Australian Primary Principals Association – Hobart –  “The Heart of Leadership”  [In view of leadership principles involved in the dispensing of NAPLAN tests, – see above- the outcomes of this conference should be momentous.]
Australian Government Primary Principals Association – [No conference. Unsure of its place in the schooling landscape.  Allied with APPA or trods on its toes?  A CIA outpost?]
Association of  Heads of Independent Schools of Australia – Sydney– “Culture, Character, Collegiality. “  [ Jolly good.]
At such conferences, some of the most productive time is spent in rooms, bars, coffee shops and  cafes  discussing the major issues of the day or just ‘chewing the fat’ about major issues affecting Australian schools.  Under such conditions, one would imagine that principals with principles would discuss what they are going to do about NAPLAN and its control over Australian schooling. With the conversions to tablet use, this period of 2015 is super-critical for serious decision-making that can have  its foundations in sessions like these.  Indeed….It’s  time for all schooling-connected organisations to get together. As Professor Kenneth Wiltshire says, “The whole of the NAPLAN plan needs to be put on hold…” [Treehorn 3 Aug.2015] Yes. It’s serious business, that can’t be neglected.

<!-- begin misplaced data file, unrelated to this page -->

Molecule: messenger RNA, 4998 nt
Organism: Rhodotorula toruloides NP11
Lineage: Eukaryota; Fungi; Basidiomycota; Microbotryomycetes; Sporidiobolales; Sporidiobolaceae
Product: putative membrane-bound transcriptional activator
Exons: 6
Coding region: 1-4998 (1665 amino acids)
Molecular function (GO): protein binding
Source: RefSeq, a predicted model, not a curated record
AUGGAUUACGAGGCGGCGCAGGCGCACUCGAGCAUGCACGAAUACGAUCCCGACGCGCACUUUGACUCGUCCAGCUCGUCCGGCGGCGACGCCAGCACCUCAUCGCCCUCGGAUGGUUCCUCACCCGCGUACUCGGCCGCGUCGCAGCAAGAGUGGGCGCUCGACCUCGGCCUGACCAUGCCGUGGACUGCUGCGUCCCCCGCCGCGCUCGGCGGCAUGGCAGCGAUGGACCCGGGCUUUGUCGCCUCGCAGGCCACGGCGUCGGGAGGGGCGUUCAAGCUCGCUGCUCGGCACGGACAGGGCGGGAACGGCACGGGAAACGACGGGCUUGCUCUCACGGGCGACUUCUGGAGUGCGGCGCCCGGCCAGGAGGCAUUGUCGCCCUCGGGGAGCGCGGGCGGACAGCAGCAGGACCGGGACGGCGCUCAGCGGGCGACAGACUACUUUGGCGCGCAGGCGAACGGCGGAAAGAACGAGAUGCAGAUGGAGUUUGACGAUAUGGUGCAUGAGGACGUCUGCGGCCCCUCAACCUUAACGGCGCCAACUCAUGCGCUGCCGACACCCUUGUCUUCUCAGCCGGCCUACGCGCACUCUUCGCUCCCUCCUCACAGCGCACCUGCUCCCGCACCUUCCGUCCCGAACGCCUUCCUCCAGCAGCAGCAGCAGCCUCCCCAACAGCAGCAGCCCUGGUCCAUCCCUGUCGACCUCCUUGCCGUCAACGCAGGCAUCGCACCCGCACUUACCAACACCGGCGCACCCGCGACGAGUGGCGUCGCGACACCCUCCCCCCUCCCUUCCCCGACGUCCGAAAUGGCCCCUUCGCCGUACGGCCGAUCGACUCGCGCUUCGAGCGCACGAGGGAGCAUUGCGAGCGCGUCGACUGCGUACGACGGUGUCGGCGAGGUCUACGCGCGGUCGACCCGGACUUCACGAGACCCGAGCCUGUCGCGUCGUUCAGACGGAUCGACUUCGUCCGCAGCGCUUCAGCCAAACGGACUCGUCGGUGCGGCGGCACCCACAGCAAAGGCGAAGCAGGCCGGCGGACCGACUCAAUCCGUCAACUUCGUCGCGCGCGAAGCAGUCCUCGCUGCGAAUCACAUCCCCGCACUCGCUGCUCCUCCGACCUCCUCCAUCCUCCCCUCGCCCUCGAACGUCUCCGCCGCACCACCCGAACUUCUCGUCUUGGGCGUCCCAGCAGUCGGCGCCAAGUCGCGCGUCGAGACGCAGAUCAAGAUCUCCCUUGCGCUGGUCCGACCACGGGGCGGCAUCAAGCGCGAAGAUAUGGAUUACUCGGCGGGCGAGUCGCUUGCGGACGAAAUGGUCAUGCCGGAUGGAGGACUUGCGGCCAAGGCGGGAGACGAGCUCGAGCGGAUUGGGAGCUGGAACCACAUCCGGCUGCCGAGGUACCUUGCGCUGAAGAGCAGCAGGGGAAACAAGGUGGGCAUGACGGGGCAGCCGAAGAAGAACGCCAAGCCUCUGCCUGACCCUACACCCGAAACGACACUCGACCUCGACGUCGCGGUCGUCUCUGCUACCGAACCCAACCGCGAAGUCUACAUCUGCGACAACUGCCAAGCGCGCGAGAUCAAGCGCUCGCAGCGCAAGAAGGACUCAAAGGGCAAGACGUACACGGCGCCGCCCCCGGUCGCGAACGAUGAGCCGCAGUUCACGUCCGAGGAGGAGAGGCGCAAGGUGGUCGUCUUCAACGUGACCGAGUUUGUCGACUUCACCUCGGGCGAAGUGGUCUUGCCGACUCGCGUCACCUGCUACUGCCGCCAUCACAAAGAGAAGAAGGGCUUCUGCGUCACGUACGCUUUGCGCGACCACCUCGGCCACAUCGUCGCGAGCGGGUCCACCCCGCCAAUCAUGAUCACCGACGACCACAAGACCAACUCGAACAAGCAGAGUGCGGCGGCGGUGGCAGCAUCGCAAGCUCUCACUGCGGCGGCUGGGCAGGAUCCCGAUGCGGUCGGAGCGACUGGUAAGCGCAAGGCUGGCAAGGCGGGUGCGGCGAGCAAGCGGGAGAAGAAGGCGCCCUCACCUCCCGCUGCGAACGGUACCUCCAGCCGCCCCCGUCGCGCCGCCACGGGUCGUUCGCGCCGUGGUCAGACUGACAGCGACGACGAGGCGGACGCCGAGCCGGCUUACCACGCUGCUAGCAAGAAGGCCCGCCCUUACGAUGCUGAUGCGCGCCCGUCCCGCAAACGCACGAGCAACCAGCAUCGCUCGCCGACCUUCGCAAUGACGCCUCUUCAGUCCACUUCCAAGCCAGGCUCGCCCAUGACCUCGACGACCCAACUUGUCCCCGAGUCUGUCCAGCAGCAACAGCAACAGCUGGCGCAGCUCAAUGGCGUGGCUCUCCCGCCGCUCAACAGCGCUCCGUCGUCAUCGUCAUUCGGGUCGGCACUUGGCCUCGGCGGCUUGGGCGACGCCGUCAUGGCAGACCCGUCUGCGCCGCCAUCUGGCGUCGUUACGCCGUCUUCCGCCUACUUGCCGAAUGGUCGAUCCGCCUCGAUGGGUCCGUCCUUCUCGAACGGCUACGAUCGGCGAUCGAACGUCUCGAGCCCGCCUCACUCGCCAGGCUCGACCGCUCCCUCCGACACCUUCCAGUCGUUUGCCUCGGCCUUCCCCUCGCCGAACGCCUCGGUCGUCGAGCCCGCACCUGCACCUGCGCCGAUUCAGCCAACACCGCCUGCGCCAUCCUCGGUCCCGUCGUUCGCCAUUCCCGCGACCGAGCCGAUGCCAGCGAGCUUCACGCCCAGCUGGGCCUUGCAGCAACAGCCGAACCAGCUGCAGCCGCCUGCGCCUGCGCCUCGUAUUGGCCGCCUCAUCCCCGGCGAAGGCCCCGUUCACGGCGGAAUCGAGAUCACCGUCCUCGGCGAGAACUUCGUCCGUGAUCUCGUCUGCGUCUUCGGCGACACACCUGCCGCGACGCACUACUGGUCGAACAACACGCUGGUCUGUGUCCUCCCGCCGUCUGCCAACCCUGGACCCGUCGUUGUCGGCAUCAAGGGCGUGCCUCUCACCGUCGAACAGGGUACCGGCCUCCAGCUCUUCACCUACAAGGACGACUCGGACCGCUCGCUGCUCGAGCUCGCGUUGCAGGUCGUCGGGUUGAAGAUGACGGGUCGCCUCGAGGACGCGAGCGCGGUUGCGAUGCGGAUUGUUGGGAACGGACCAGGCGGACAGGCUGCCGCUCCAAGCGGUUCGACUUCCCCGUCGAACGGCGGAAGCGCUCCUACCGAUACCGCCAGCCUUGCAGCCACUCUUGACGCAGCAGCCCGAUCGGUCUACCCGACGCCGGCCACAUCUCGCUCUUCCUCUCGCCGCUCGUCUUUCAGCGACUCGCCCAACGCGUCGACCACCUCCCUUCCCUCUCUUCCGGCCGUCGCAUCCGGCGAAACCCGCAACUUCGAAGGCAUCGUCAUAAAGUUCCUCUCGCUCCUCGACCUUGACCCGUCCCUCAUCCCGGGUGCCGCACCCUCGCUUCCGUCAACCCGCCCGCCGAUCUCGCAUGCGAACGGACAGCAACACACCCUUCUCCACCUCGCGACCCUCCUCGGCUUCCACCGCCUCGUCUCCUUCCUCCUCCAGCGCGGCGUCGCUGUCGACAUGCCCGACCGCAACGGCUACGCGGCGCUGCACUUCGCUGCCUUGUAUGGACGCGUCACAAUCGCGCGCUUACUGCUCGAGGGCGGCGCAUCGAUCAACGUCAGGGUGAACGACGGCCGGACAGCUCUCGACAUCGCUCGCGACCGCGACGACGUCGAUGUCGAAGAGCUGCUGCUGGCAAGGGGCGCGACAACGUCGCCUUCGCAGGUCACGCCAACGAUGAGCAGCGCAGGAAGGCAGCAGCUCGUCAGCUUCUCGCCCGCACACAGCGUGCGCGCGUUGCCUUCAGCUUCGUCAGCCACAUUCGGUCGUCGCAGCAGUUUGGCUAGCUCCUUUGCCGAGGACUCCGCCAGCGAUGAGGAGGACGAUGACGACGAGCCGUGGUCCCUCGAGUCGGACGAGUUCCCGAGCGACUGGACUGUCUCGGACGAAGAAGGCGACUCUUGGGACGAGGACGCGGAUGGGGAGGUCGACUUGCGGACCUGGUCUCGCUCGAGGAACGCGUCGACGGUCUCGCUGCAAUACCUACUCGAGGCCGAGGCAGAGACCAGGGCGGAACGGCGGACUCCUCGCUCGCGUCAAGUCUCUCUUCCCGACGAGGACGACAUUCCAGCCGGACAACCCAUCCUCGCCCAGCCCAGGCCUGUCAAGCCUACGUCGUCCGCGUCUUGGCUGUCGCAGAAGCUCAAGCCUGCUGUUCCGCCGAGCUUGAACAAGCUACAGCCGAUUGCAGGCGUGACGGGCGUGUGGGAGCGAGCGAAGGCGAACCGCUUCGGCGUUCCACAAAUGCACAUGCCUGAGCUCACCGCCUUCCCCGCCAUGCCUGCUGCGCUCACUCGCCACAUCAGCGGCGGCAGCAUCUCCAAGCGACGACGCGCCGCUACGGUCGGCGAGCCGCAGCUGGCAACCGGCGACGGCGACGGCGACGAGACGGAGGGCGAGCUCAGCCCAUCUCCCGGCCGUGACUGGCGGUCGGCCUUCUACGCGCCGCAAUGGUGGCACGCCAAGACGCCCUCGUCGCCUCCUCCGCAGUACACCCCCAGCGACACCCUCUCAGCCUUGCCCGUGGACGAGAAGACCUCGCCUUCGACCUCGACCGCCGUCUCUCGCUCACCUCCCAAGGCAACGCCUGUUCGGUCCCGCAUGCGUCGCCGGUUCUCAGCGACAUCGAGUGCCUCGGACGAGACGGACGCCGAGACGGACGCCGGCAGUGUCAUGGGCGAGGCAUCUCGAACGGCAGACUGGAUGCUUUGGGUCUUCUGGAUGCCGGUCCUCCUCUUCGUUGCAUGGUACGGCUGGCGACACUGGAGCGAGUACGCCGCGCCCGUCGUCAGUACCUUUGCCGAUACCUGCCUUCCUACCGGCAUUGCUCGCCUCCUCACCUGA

Supposing that conferees were challenged by a comprehensive list of comments and examined them comment by comment,  about  standardised blanket testing provided by Marion Brady of The Washington Post………..
NAPLAN
– provides minimal to no useful feedback for classroom teachers;